The Lady can have her metalcore and growlie vocals, and Lonestar can have his thrash and extreme headbanging. Me? Give me some straightforward prog-metal seven days a week (and twice on Sundays) over anything else. Yes, I realize the irony in that statement – there’s nothing straightforward about prog-metal.
What is it with bands taking 5 years or so in between albums these days? I’m looking specifically at you, Rush, Flower Kings and Circus Maximus (all previously reviewed here at LadyObscure). C’mon already! You have fans that long for – no, CRAVE – your musical creations. Thankfully, the hiatus for those three ended earlier this summer with brilliant releases (regarding Banks of Eden, I’ll have to take the Lady’s word for it… ashamed to say I never got around to that one in any depth). Threshold is another excellent band, with a long history of that includes 8 previous studio releases, and a couple of handfuls worth of live/compilation/fan-club albums. But alas, it too has been five years since their last studio release (*sigh*). Well, thankfully that has come to an end now with the release of March Of Progress earlier this month. And boy-oh-boy is it nice to have them back with new tunes… not that there’s anything wrong with their back catalogue. Damian Wilson is back to front the band, the first studio album in 15 years with his lead vocals. While Mac did a fantastic job on the 5 albums he voiced, I am and always will be a massive fan of Wilson’s voice – everything from his softer solo material, to the metal of Star One, to the prog of Headspace. He could be singing the phonebook to the tune of ‘Twinkle, Twinkle’, and I’d be satisfied. There’s something that I just find angellic about his voice, and while my opinion of this album may be slightly swayed by that, it still can’t be denied that the totality of this album is a fantastic prog-metal piece. March of Progress cements Threshold as one of the – if not THE – best European progressive METAL acts out there right now; equal to if not greater than artists such as Kamelot, Evergrey and Pagan’s Mind. In this listener’s opinion, none compare to Threshold’s strengths, diversity, and glorious back catalog right now.
I believe March of Progress to be the most ‘progressive’ of Threshold’s albums, with the constant changes (time, pace, key, style) between, and within, the 10 tracks (11 on the limited edition). Threshold has given us an album that is as diverse as it is heavy. Looking for a ballad? You’re not going to find one here. Closest thing you’ll get is the slower paced That’s Why We Came. Hardcore guitar riffs, powerful rhythms, along with the sweet keyboards filling out the sound… that’s what you’re going to find from start to finish. I’m not one to typically write my reviews song-by-song, but there’s a few that stand out among these 11 gems that I just have point to.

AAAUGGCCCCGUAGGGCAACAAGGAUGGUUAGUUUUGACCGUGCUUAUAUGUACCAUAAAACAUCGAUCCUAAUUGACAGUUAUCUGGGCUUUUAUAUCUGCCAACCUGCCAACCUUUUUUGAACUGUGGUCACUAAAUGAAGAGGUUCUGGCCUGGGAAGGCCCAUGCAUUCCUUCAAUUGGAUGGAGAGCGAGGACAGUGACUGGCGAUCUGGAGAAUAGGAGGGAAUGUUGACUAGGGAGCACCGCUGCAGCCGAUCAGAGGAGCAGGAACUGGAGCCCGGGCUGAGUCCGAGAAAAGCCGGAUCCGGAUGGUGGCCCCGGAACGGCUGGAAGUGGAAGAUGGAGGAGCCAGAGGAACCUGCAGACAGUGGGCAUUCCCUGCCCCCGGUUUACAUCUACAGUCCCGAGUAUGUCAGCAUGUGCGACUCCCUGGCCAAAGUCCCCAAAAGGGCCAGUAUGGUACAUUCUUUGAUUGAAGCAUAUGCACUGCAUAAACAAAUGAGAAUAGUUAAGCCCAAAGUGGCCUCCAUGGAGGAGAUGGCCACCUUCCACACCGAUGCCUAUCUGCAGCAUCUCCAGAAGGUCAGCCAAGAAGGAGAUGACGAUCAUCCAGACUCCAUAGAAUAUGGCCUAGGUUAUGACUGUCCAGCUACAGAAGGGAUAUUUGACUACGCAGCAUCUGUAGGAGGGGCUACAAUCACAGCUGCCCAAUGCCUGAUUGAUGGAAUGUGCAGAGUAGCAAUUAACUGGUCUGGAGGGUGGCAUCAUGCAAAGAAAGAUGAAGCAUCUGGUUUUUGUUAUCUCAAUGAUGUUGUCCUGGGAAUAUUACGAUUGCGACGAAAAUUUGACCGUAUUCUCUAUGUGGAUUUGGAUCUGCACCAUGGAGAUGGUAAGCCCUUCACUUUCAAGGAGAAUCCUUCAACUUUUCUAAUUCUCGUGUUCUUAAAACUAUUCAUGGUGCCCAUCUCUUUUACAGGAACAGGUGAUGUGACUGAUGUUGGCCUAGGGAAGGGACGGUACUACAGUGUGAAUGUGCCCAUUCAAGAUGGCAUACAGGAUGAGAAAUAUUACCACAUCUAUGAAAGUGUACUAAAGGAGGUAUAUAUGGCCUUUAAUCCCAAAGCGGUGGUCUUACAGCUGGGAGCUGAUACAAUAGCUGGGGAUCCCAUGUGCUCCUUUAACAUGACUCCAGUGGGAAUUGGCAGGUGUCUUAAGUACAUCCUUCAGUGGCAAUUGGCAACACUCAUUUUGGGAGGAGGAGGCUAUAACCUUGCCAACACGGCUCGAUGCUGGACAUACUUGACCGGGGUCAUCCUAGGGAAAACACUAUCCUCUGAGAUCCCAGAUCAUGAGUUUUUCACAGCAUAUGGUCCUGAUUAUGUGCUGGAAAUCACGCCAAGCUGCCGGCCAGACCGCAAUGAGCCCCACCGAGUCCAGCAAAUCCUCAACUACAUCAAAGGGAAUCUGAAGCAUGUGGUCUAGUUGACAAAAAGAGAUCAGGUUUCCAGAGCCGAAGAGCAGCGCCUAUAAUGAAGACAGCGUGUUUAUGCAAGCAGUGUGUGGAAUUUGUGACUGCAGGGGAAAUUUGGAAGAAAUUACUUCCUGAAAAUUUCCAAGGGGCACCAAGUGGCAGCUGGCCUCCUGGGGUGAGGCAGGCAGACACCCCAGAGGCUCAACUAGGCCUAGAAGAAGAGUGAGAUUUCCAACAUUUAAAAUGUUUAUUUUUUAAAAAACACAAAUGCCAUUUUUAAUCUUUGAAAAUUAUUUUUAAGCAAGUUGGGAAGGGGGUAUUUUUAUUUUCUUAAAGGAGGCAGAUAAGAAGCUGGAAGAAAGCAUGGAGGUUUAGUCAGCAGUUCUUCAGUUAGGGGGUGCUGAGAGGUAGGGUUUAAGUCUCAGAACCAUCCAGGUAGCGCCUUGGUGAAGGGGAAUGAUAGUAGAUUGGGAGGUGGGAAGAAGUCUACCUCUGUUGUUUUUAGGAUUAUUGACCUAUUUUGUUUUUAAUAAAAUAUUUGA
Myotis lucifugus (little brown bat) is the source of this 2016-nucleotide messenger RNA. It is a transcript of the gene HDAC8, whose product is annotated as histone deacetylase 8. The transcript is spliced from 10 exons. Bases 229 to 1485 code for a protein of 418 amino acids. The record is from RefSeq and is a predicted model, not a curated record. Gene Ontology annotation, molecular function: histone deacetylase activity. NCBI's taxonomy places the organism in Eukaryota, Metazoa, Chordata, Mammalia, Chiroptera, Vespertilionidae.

- Ashes – The staccato nature of the main riff grabs a hold of you, forcing you to take notice of their return. The first 45 seconds or so is like a slap in the face that says “PAY ATTENTION!”. As good as that is though, I love, love, LOVE the chorus. To me, it feels like it just wraps itself around you and gives you a nice long overdue and passionate embrace – like two friends that have been separated for 5 years … As if the band is saying “sorry I was gone for so long. It’s nice to be back. I missed you so much”.
- Colophon – what a killer bass intro and recurring melody! Wilson’s vocals carry an echoing, almost haunting effect throughout the song.
- The Hours – it feels like the melody has me slowing stepping down a stairwell, like a passage to something cool, dark, foreboding, yet thrilling … almost exhilarating. However, the lyrics tell a more desperate, desolate and isolating tale. Regardless, this tune keeps calling to me.
- The Rubicon … the only track topping the 10 minute mark, it is the ‘epic’ of the album. I find that word to be immensely over-used, but it’s about as good a word as I can use to describe this one. Methodical in it’s delivery, passionate and retrospective in it’s message, flawless in it’s sound. I discover something new with this song every time I spin it.
Instrumentally, the 5-piece band demonstrates some impressive skills and proficiency, but there is also a level of musical maturity to the compositions that can (and should) be expected by a 20 year-old band. They’re not just blatantly showing off like I’ve heard many prog/prog-metal bands do these days (sometimes, being overly technical just because you can doesn’t mean it sounds good). The drum work throughout is stellar. Never stealing the spotlight, but doing a helluva lot more than just keeping the beat – just what you’d expect from the guy that is a four-time “Best Drummer” from the Classic Rock Society. Powerful guitar riffage is always present – something Threshold has always delivered throughout their discography. Most songs carry an in-your-face riff, with a second more subtle guitar element (dropping a lick here, or a run there) which perfectly complements the main guitar melody.
With Rush’s Clockwork Angels, you have an album that delivers for the rock and progressive enthusiasts. Circus Maximus’ Nine brilliantly nailed the melodic-metal combination (with a splash of progressive elements). March of Progress combines the best of both, but in my opinion takes both the prog and metal to an entirely different level. As much as I loved those other two releases, this one tops them both. Do not miss this album.